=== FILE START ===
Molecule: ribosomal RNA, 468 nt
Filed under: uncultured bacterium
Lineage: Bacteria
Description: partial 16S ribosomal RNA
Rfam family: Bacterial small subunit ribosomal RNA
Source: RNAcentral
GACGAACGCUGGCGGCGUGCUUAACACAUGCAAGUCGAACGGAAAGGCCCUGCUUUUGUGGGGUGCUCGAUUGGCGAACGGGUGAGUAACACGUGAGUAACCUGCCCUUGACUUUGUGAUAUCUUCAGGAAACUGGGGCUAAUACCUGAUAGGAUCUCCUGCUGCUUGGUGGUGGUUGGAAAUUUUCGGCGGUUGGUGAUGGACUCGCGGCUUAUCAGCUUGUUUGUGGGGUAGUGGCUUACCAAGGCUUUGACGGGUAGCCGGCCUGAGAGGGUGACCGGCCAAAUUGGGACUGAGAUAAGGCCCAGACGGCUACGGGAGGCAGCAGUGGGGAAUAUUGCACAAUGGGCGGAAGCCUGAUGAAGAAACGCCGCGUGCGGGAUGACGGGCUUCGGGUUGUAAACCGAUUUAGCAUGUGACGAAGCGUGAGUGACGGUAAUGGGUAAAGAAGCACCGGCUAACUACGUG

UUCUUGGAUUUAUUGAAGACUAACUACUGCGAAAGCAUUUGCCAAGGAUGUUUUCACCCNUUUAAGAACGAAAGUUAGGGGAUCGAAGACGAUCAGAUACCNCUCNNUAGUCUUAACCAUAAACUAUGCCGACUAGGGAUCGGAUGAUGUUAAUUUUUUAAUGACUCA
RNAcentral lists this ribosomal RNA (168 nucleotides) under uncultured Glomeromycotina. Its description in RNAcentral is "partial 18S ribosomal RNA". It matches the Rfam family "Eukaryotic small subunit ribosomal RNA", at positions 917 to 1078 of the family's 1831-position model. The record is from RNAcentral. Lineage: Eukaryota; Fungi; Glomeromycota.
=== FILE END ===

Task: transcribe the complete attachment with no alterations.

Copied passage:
Molecule: ribosomal RNA, 468 nt
Filed under: uncultured bacterium
Lineage: Bacteria
Description: partial 16S ribosomal RNA
Rfam family: Bacterial small subunit ribosomal RNA
Source: RNAcentral
GACGAACGCUGGCGGCGUGCUUAACACAUGCAAGUCGAACGGAAAGGCCCUGCUUUUGUGGGGUGCUCGAUUGGCGAACGGGUGAGUAACACGUGAGUAACCUGCCCUUGACUUUGUGAUAUCUUCAGGAAACUGGGGCUAAUACCUGAUAGGAUCUCCUGCUGCUUGGUGGUGGUUGGAAAUUUUCGGCGGUUGGUGAUGGACUCGCGGCUUAUCAGCUUGUUUGUGGGGUAGUGGCUUACCAAGGCUUUGACGGGUAGCCGGCCUGAGAGGGUGACCGGCCAAAUUGGGACUGAGAUAAGGCCCAGACGGCUACGGGAGGCAGCAGUGGGGAAUAUUGCACAAUGGGCGGAAGCCUGAUGAAGAAACGCCGCGUGCGGGAUGACGGGCUUCGGGUUGUAAACCGAUUUAGCAUGUGACGAAGCGUGAGUGACGGUAAUGGGUAAAGAAGCACCGGCUAACUACGUG

UUCUUGGAUUUAUUGAAGACUAACUACUGCGAAAGCAUUUGCCAAGGAUGUUUUCACCCNUUUAAGAACGAAAGUUAGGGGAUCGAAGACGAUCAGAUACCNCUCNNUAGUCUUAACCAUAAACUAUGCCGACUAGGGAUCGGAUGAUGUUAAUUUUUUAAUGACUCA
RNAcentral lists this ribosomal RNA (168 nucleotides) under uncultured Glomeromycotina. Its description in RNAcentral is "partial 18S ribosomal RNA". It matches the Rfam family "Eukaryotic small subunit ribosomal RNA", at positions 917 to 1078 of the family's 1831-position model. The record is from RNAcentral. Lineage: Eukaryota; Fungi; Glomeromycota.